The Science of Love
From the Dr of Love herself…
QT: I always read studies, which of course you can’t take too seriously, but there are studies saying gays are more inclined to be drug addicts or are more inclined to have risky sex. Obviously there are social factors to be taken into account, but is there any study of dopamine or any other chemical like that in gay people?
HF: I have no idea. For example, you don’t find the risky sex in gay women, but I think that may be a very different biological system. We hear about all the gays that are copulating under the pier in Province Town, but we don’t hear about all the gays who are settled down. We don’t spend a lot of time thinking about the huge number of swingers and polyamory people and adultery in the straight population. I’ve always felt that gays are just like straights. Who you fall in love with, that would differ, but how you feel when you fall in love – that would be similar. I did a basic study and didn’t find that my gay population chose their mates any differently than the straights. In other words, a high dopamine type is probably going to go for another high dopamine type whether they’re gay or whether they’re straight.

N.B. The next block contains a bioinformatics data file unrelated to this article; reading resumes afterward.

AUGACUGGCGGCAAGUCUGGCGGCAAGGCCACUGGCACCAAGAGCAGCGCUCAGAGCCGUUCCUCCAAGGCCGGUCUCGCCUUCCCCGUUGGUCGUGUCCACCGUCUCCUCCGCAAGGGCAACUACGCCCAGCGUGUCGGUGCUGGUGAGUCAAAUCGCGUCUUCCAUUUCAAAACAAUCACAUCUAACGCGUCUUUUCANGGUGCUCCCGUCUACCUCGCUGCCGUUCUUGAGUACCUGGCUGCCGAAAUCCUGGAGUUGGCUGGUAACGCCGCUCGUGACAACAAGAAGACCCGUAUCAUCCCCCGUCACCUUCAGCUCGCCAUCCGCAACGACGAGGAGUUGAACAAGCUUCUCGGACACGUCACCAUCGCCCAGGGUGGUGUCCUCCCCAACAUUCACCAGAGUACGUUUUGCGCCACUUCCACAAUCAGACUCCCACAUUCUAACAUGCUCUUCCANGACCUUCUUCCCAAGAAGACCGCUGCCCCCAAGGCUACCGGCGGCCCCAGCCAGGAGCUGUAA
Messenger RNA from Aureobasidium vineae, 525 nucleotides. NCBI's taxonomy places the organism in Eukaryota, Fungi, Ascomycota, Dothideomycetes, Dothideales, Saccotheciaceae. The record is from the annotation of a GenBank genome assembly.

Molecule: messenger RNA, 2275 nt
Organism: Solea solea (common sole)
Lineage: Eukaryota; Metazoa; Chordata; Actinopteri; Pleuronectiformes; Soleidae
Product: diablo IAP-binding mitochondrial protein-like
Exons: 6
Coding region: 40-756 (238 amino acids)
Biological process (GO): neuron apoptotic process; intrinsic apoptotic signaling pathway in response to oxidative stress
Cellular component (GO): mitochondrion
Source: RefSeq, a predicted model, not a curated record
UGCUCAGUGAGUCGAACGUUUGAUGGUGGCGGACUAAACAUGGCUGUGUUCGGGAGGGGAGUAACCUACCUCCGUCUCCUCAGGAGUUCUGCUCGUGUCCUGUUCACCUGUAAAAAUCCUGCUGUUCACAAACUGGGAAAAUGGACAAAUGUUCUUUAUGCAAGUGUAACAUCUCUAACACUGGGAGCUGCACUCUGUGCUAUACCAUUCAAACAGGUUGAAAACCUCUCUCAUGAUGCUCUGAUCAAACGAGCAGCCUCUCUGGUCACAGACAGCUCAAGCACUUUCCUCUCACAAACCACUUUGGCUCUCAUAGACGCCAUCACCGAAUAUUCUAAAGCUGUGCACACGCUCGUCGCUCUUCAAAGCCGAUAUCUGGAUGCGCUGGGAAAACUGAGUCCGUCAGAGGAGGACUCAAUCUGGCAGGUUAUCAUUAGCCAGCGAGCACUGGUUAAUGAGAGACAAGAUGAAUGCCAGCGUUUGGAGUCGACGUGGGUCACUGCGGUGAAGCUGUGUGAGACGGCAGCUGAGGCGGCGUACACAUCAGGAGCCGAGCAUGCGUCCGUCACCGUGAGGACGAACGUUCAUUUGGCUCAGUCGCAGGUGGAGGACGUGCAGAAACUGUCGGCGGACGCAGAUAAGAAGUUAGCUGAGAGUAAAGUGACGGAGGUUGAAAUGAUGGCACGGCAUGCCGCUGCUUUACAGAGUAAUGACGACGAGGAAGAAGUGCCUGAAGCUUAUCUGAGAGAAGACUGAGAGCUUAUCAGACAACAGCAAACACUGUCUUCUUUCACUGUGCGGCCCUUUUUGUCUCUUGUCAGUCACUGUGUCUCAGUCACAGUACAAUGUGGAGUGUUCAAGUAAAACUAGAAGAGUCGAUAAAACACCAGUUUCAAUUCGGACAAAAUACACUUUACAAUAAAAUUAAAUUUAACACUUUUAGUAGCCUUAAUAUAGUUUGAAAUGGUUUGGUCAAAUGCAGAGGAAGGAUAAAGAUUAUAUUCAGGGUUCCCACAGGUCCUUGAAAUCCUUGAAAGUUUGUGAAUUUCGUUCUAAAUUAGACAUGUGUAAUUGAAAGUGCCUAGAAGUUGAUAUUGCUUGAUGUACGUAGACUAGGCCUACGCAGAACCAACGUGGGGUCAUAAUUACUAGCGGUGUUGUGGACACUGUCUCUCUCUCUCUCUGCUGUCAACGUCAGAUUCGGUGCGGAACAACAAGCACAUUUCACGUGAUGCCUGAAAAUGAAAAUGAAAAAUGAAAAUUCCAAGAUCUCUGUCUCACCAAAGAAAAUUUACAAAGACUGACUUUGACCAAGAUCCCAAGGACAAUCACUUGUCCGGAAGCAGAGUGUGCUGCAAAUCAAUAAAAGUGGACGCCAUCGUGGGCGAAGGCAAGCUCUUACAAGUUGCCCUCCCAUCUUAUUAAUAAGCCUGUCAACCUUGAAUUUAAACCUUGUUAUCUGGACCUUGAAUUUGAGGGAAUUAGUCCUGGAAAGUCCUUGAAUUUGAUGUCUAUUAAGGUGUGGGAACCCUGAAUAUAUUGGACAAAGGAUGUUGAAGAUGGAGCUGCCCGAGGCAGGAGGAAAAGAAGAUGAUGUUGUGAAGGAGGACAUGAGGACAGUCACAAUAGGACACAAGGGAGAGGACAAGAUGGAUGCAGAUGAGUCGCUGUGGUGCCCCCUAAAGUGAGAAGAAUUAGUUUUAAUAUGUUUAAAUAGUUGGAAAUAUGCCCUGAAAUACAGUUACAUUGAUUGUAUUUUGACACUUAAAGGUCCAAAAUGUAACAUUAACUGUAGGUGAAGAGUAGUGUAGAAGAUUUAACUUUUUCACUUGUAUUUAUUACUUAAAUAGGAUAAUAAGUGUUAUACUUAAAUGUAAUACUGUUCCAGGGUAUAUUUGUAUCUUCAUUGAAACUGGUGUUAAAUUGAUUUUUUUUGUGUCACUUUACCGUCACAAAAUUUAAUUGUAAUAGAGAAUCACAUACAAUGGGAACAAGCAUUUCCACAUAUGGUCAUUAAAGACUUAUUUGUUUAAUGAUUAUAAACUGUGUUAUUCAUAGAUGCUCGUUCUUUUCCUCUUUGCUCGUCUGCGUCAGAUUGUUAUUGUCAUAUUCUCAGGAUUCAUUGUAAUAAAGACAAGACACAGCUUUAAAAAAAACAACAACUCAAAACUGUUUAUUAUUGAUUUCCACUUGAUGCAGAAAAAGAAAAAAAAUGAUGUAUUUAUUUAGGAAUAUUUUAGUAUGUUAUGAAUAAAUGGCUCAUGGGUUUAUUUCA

QT: Do you think that’s an evolutionary development to find one other person?
HF: No. I think that’s human. 97% of animals do not pair up to rear their young. Only 3% do. We do. Even 3 million years ago, our ancestors were forming pair bonds. Now, they weren’t marrying, because that’s a cortical, conscious ritual, but they were forming pair bonds to rear their babies as a group. We’ve evolved this brain system for attachment. I think that gays have it, too. About a month ago, when there was a lot of publicity, I called our CEO and said, “Let’s pull our gay people and look at who they choose”. So that I can say to the press, “The gays choose exactly the same as the straights do”.
You can find the full interview with Queerty here.
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